November 23, 2017
The Canadian Government has committed to legalize and regulate the sale of cannabis products by July 1, 2018. In anticipation, there has been an explosion of trademark filings covering cannabis and marijuana-related goods and services. Unlike the United States Patent and Trademark Office, which will not accept trademark applications for cannabis and marijuana, per se, since the sale of such goods is unlawful under Federal laws (despite legalized sales in some states), the Canadian Trademarks Office now accepts applications for a variety of drug-related goods and services.
Currently, more than 1260 trademark applications have been filed for marijuana, cannabis and their derivatives, accessories for use, and related skin care products, foods and promotional merchandise. Most applications are based on “proposed use” grounds, in anticipation of sales in 2018. The number of annual filings has grown from just over 100 in 2015 to nearly 700, so far, in 2017. Several companies have already filed more than a hundred applications. To date, only about 150 such marks are registered, most for medical marijuana, which is already legalized in Canada.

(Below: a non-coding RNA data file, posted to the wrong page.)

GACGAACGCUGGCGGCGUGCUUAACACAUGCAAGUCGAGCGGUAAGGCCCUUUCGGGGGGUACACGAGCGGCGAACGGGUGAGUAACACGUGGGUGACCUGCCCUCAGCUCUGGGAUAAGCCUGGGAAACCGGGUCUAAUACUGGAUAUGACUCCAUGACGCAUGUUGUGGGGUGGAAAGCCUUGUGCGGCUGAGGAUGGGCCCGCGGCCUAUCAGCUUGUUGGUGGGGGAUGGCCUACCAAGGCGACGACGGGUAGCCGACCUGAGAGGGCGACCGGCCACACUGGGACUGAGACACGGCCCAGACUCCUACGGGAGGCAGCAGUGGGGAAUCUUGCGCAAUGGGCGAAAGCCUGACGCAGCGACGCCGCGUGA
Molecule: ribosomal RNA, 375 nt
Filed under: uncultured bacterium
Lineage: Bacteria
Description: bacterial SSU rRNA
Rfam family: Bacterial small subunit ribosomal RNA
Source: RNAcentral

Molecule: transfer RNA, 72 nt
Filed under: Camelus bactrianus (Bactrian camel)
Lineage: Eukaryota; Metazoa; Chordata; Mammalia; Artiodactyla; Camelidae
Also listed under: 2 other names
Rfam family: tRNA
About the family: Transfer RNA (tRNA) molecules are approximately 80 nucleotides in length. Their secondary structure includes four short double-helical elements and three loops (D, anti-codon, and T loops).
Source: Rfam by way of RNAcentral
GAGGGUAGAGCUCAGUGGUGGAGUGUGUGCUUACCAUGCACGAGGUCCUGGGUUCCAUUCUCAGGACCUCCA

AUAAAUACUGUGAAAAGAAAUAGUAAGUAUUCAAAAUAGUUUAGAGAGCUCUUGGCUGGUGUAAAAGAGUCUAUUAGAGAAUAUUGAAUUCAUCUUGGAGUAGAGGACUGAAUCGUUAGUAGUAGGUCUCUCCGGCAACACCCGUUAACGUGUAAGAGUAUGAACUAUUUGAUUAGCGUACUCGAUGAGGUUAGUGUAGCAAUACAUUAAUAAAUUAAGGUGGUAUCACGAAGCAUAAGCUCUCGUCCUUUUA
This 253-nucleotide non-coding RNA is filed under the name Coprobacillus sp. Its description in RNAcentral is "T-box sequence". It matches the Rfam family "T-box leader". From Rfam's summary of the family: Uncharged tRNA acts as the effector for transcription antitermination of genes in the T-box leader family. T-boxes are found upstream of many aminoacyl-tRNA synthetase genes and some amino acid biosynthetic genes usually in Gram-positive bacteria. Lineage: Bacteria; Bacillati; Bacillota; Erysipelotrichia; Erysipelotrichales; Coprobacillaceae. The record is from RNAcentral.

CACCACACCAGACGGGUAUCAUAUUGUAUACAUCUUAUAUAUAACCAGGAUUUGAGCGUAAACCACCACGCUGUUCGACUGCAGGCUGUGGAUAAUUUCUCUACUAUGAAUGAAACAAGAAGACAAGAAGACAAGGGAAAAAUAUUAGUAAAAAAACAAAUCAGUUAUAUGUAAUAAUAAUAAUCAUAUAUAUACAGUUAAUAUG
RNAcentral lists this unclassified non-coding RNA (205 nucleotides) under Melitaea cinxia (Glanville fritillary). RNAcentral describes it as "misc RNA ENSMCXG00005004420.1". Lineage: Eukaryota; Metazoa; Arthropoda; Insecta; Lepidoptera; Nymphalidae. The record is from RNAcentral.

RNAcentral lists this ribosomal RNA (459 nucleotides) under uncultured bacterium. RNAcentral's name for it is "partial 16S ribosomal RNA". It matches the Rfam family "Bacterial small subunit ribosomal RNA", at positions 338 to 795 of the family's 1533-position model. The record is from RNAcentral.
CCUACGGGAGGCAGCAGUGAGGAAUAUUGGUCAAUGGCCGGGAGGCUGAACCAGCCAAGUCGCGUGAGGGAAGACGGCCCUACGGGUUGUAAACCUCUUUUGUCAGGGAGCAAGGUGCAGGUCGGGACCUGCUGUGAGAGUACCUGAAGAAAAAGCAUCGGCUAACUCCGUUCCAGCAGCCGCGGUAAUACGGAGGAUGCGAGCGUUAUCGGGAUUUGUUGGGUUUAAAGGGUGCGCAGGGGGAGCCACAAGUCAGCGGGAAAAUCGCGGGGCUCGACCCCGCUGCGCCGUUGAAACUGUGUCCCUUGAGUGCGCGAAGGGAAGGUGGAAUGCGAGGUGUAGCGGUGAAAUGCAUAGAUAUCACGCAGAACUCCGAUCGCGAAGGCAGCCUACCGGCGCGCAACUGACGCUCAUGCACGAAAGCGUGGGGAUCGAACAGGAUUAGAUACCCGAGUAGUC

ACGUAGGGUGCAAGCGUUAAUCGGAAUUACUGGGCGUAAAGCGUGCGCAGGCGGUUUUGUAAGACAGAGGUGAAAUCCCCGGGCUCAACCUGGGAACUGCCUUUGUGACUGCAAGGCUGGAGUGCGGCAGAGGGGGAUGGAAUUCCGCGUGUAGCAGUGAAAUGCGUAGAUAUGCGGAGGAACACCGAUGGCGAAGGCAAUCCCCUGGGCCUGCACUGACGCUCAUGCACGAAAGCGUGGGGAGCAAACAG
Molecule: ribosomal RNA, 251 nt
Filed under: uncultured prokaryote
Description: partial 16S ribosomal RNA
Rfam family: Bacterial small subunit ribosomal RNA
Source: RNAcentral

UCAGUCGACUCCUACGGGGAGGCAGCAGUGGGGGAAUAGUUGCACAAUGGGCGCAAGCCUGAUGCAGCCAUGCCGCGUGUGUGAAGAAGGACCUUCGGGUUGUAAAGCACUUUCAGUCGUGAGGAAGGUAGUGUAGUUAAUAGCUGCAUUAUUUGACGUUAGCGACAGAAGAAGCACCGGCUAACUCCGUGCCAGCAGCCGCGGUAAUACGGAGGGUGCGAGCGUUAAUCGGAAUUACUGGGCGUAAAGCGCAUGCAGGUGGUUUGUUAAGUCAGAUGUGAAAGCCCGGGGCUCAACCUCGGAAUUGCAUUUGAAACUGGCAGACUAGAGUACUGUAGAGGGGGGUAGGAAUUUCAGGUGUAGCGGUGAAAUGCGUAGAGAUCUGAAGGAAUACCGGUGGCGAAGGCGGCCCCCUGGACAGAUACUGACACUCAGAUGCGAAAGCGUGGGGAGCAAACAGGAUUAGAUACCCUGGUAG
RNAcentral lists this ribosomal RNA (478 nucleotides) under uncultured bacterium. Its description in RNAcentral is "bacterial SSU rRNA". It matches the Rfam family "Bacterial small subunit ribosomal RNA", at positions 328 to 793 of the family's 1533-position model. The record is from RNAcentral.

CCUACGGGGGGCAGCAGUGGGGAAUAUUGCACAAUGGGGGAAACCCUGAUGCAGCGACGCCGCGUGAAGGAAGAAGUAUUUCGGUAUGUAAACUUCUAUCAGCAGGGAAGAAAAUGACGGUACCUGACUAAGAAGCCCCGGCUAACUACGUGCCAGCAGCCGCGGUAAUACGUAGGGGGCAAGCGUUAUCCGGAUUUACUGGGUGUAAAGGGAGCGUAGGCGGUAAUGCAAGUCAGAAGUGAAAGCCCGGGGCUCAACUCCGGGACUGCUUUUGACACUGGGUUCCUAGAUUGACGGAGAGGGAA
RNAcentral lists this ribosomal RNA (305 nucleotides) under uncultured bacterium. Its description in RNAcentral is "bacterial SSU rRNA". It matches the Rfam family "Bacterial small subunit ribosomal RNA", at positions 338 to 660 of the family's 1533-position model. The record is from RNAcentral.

As the date for further legalization of cannabis and marijuana gets closer, it is expected that even more trademark applications will be filed. However, for those in the industry, care should be taken to select and file marks that may be lawfully used, since the Government has clearly signaled that it intends to control all aspects of promotion and sale of legalized cannabis products, including the use of brand elements such as trademarks and trade dress.